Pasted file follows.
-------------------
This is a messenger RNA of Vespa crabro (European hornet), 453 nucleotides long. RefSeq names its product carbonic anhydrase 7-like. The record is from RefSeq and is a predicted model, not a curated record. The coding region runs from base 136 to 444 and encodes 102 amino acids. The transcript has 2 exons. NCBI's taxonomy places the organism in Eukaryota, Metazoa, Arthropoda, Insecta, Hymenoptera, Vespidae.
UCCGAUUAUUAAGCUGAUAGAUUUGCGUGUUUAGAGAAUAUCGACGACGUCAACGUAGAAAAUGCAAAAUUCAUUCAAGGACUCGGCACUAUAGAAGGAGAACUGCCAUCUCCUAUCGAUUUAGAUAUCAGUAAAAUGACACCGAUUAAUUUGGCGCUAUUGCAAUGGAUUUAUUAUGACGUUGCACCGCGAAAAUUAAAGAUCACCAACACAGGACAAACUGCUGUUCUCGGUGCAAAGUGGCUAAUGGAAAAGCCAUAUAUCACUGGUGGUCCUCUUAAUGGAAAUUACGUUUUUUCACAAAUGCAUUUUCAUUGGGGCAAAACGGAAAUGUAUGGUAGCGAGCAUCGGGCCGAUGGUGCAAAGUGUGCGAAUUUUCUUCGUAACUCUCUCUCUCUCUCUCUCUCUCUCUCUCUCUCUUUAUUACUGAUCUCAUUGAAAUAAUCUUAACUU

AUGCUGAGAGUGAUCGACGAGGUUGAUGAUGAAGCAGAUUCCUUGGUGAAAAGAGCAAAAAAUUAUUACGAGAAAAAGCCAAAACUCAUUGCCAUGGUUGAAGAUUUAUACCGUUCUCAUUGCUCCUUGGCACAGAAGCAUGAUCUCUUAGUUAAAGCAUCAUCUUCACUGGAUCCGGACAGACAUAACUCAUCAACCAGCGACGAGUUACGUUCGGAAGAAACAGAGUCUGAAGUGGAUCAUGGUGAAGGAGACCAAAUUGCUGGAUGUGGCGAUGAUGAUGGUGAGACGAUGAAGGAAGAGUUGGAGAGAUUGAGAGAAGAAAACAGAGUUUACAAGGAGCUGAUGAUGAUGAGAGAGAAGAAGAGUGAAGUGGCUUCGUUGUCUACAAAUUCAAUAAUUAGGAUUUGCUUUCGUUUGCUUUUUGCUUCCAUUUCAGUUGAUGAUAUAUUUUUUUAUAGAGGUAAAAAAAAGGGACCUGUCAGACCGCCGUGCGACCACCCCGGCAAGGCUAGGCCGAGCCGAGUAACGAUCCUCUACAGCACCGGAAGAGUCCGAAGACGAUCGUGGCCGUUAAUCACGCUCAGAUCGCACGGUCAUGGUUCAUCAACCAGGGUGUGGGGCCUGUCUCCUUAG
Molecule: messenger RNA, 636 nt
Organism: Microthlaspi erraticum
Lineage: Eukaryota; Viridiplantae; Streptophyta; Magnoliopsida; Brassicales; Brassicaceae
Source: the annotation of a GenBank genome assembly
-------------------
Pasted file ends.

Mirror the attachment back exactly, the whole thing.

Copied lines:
This is a messenger RNA of Vespa crabro (European hornet), 453 nucleotides long. RefSeq names its product carbonic anhydrase 7-like. The record is from RefSeq and is a predicted model, not a curated record. The coding region runs from base 136 to 444 and encodes 102 amino acids. The transcript has 2 exons. NCBI's taxonomy places the organism in Eukaryota, Metazoa, Arthropoda, Insecta, Hymenoptera, Vespidae.
UCCGAUUAUUAAGCUGAUAGAUUUGCGUGUUUAGAGAAUAUCGACGACGUCAACGUAGAAAAUGCAAAAUUCAUUCAAGGACUCGGCACUAUAGAAGGAGAACUGCCAUCUCCUAUCGAUUUAGAUAUCAGUAAAAUGACACCGAUUAAUUUGGCGCUAUUGCAAUGGAUUUAUUAUGACGUUGCACCGCGAAAAUUAAAGAUCACCAACACAGGACAAACUGCUGUUCUCGGUGCAAAGUGGCUAAUGGAAAAGCCAUAUAUCACUGGUGGUCCUCUUAAUGGAAAUUACGUUUUUUCACAAAUGCAUUUUCAUUGGGGCAAAACGGAAAUGUAUGGUAGCGAGCAUCGGGCCGAUGGUGCAAAGUGUGCGAAUUUUCUUCGUAACUCUCUCUCUCUCUCUCUCUCUCUCUCUCUCUCUUUAUUACUGAUCUCAUUGAAAUAAUCUUAACUU

AUGCUGAGAGUGAUCGACGAGGUUGAUGAUGAAGCAGAUUCCUUGGUGAAAAGAGCAAAAAAUUAUUACGAGAAAAAGCCAAAACUCAUUGCCAUGGUUGAAGAUUUAUACCGUUCUCAUUGCUCCUUGGCACAGAAGCAUGAUCUCUUAGUUAAAGCAUCAUCUUCACUGGAUCCGGACAGACAUAACUCAUCAACCAGCGACGAGUUACGUUCGGAAGAAACAGAGUCUGAAGUGGAUCAUGGUGAAGGAGACCAAAUUGCUGGAUGUGGCGAUGAUGAUGGUGAGACGAUGAAGGAAGAGUUGGAGAGAUUGAGAGAAGAAAACAGAGUUUACAAGGAGCUGAUGAUGAUGAGAGAGAAGAAGAGUGAAGUGGCUUCGUUGUCUACAAAUUCAAUAAUUAGGAUUUGCUUUCGUUUGCUUUUUGCUUCCAUUUCAGUUGAUGAUAUAUUUUUUUAUAGAGGUAAAAAAAAGGGACCUGUCAGACCGCCGUGCGACCACCCCGGCAAGGCUAGGCCGAGCCGAGUAACGAUCCUCUACAGCACCGGAAGAGUCCGAAGACGAUCGUGGCCGUUAAUCACGCUCAGAUCGCACGGUCAUGGUUCAUCAACCAGGGUGUGGGGCCUGUCUCCUUAG
Molecule: messenger RNA, 636 nt
Organism: Microthlaspi erraticum
Lineage: Eukaryota; Viridiplantae; Streptophyta; Magnoliopsida; Brassicales; Brassicaceae
Source: the annotation of a GenBank genome assembly